This past week, the U.S. Senate passed a resolution submitted by Sen. Kent Conrad [D-ND] marking today, June 27, as National PTSD Awareness Day. Boy, have we come a long way.
It's been three decades since post-traumatic stress disorder was first listed in the Diagnostic and Statistical Manual of Mental Disorders (DSM-III). Since then, the study of trauma has taken off, reflected in academic publications such as the Journal of Traumatic Stress.
In February, in fact, JTS devoted an entire issue specifically to combat PTSD as it has affected veterans and military families embroiled in our current wars in the Middle East.
A few stats from the issue's editorial [pdf]:
High-profile events such as the terrorist attacks on 9/11 have contributed to an increased public recognition of trauma as well as greater professional interest. The number of articles on disaster increased substantially from the period in the 5 years before 9/11 to the period 5 years after by 145% in specialty disaster journals and 320% in general medical journals, with the largest increase being 2,340% in the New England Journal of Medicine (Kelen & Sauer, 2008). Other high-profile events -- the wars in Iraq and Afghanistan, the bombings in London and Madrid, Hurricane Katrina, and the tsunami in Southeast Asia -- have undoubtedly had a similar impact.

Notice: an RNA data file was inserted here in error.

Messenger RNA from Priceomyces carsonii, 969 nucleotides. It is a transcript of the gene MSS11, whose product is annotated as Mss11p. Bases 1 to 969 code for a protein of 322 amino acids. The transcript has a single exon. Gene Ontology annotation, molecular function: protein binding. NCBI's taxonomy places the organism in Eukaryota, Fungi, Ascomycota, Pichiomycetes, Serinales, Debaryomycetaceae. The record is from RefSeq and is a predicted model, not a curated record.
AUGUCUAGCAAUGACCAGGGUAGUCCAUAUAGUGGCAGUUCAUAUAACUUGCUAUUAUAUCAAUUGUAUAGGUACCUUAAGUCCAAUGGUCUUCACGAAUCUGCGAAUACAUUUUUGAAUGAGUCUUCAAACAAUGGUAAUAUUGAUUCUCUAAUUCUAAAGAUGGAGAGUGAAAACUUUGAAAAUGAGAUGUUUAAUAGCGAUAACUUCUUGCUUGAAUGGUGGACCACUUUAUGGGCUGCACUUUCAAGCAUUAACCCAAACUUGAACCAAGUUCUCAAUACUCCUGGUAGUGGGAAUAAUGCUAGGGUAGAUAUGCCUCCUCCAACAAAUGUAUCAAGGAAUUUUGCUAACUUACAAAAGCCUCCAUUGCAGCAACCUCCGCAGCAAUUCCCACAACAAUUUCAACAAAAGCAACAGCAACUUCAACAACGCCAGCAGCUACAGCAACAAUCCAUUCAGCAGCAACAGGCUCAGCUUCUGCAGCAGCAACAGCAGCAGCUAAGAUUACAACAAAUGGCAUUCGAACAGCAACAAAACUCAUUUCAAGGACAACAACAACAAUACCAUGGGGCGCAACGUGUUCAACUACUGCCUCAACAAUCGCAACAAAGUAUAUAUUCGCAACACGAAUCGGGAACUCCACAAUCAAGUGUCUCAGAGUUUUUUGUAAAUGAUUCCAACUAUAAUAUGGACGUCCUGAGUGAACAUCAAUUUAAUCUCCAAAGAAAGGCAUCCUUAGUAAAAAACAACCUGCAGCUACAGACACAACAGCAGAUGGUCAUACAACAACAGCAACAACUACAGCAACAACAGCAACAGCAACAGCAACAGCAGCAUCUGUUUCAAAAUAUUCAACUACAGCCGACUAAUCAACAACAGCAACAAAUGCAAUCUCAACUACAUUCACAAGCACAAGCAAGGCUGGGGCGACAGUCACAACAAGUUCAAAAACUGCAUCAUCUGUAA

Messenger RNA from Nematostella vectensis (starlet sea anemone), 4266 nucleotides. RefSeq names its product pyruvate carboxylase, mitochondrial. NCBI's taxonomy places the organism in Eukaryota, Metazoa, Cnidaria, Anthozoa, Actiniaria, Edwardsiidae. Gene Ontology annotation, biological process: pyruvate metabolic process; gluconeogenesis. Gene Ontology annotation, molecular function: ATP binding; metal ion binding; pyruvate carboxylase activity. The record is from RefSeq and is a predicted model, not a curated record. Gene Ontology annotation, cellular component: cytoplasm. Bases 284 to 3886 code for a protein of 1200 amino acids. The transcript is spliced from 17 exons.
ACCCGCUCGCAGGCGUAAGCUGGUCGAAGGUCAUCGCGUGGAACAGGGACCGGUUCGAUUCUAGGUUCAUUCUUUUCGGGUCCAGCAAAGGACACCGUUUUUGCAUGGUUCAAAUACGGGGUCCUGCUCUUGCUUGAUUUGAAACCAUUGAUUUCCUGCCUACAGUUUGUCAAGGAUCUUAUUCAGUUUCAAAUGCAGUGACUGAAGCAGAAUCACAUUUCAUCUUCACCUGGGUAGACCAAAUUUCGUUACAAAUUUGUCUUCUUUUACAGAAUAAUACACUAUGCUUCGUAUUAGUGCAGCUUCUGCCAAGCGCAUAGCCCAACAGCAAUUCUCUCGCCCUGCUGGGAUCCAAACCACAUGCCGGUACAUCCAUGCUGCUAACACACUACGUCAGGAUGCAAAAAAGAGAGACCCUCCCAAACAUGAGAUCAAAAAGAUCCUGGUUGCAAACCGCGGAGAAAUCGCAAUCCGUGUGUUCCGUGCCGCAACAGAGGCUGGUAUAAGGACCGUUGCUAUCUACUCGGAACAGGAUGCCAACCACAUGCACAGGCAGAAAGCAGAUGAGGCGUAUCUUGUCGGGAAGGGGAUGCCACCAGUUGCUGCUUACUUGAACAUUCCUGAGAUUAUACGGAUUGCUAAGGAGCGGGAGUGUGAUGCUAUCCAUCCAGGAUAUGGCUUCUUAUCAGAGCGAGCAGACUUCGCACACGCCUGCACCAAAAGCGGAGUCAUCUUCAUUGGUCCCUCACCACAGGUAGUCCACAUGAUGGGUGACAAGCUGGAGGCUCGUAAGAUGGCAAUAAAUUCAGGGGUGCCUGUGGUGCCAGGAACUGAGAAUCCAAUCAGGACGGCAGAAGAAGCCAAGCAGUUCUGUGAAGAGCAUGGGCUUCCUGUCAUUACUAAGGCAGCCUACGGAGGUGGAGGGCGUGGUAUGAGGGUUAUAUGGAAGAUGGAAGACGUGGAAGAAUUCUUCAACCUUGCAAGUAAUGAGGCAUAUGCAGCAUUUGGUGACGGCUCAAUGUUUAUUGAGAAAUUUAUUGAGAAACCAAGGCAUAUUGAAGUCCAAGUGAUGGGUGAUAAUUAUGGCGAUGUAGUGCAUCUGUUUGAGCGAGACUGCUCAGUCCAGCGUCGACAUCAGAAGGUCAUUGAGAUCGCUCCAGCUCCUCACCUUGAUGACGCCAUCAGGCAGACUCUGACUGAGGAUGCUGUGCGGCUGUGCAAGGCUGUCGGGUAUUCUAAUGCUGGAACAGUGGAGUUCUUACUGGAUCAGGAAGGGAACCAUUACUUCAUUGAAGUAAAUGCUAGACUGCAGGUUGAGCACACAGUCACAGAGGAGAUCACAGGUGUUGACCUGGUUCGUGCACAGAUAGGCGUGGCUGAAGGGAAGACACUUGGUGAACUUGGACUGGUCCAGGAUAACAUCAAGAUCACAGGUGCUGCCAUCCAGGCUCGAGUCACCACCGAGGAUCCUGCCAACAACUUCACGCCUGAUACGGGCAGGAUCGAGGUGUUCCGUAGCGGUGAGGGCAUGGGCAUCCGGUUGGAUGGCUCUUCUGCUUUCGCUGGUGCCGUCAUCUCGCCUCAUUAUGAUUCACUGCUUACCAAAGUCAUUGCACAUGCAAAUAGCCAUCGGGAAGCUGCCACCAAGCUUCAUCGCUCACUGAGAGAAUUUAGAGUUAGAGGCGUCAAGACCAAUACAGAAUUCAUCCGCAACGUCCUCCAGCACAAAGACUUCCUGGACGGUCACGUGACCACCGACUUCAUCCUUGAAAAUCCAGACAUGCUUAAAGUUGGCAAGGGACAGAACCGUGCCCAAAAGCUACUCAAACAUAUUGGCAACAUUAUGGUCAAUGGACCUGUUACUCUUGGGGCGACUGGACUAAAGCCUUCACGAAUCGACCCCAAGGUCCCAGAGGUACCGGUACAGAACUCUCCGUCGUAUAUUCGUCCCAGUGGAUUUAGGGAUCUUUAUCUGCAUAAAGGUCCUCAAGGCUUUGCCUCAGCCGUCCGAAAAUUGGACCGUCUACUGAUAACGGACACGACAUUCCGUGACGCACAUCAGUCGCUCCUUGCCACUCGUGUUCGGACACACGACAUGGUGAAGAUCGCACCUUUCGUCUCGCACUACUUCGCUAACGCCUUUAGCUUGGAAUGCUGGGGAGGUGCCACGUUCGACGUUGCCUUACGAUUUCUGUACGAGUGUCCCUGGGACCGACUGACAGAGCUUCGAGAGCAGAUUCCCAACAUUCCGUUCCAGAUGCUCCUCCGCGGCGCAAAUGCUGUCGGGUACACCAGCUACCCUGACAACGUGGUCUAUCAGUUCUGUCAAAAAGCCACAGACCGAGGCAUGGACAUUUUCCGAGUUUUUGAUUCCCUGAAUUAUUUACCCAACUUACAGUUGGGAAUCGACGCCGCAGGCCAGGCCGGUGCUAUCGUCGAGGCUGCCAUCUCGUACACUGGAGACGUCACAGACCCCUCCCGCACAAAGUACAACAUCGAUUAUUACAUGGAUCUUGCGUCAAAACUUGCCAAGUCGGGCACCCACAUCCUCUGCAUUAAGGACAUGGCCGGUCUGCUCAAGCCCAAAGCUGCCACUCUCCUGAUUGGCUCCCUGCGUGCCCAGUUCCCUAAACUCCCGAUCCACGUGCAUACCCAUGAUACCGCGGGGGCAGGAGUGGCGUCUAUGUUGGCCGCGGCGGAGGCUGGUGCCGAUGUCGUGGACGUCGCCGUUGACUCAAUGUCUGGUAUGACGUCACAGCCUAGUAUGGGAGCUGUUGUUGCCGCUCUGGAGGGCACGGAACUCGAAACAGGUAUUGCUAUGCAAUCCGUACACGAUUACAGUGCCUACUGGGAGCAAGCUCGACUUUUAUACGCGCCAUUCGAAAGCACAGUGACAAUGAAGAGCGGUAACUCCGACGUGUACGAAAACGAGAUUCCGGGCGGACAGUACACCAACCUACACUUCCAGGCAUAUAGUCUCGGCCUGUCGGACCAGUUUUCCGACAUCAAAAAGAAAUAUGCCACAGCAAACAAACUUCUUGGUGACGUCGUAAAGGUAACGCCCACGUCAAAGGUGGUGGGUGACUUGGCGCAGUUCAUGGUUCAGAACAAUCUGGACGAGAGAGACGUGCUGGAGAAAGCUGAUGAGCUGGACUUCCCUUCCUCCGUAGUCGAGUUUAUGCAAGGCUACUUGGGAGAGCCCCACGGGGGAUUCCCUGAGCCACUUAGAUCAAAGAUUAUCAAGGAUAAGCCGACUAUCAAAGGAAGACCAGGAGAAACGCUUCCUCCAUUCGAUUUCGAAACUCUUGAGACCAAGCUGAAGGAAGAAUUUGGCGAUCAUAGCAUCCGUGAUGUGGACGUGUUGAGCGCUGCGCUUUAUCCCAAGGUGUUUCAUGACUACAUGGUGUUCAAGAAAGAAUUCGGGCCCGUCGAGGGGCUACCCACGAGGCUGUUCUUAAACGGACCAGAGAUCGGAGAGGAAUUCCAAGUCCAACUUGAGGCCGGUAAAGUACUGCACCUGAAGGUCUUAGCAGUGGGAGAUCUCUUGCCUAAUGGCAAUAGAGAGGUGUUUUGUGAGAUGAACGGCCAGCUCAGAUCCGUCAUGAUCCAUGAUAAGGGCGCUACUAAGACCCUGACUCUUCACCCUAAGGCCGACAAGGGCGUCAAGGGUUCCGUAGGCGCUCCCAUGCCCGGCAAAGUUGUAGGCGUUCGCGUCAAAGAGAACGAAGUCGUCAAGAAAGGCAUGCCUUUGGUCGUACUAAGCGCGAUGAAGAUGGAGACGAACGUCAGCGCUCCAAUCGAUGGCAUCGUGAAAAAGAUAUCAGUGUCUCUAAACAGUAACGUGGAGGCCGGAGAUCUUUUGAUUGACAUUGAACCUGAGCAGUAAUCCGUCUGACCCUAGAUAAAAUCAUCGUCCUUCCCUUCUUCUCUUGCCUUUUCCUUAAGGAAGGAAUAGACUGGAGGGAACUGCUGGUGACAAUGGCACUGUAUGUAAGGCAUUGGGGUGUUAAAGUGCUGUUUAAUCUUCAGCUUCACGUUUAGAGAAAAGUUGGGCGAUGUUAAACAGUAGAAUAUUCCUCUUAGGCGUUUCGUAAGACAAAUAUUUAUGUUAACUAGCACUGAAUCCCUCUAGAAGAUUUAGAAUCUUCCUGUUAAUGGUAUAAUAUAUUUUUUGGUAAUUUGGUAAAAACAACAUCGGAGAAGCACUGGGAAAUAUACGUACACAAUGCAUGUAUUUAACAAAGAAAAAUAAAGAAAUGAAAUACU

KFYR-NBC out of Bismarck, N.D., broadcast news of National PTSD Awareness Day in a segment now online. In extended, a few informative videos including a recent PBS interview with Dr. Jonathan Shay, noted VA psychologist, author and 2007 MacArthur Fellow.
I hope today will help to further chip away at the stigmas associated with seeking help for those battling traumatic injuries of all kinds.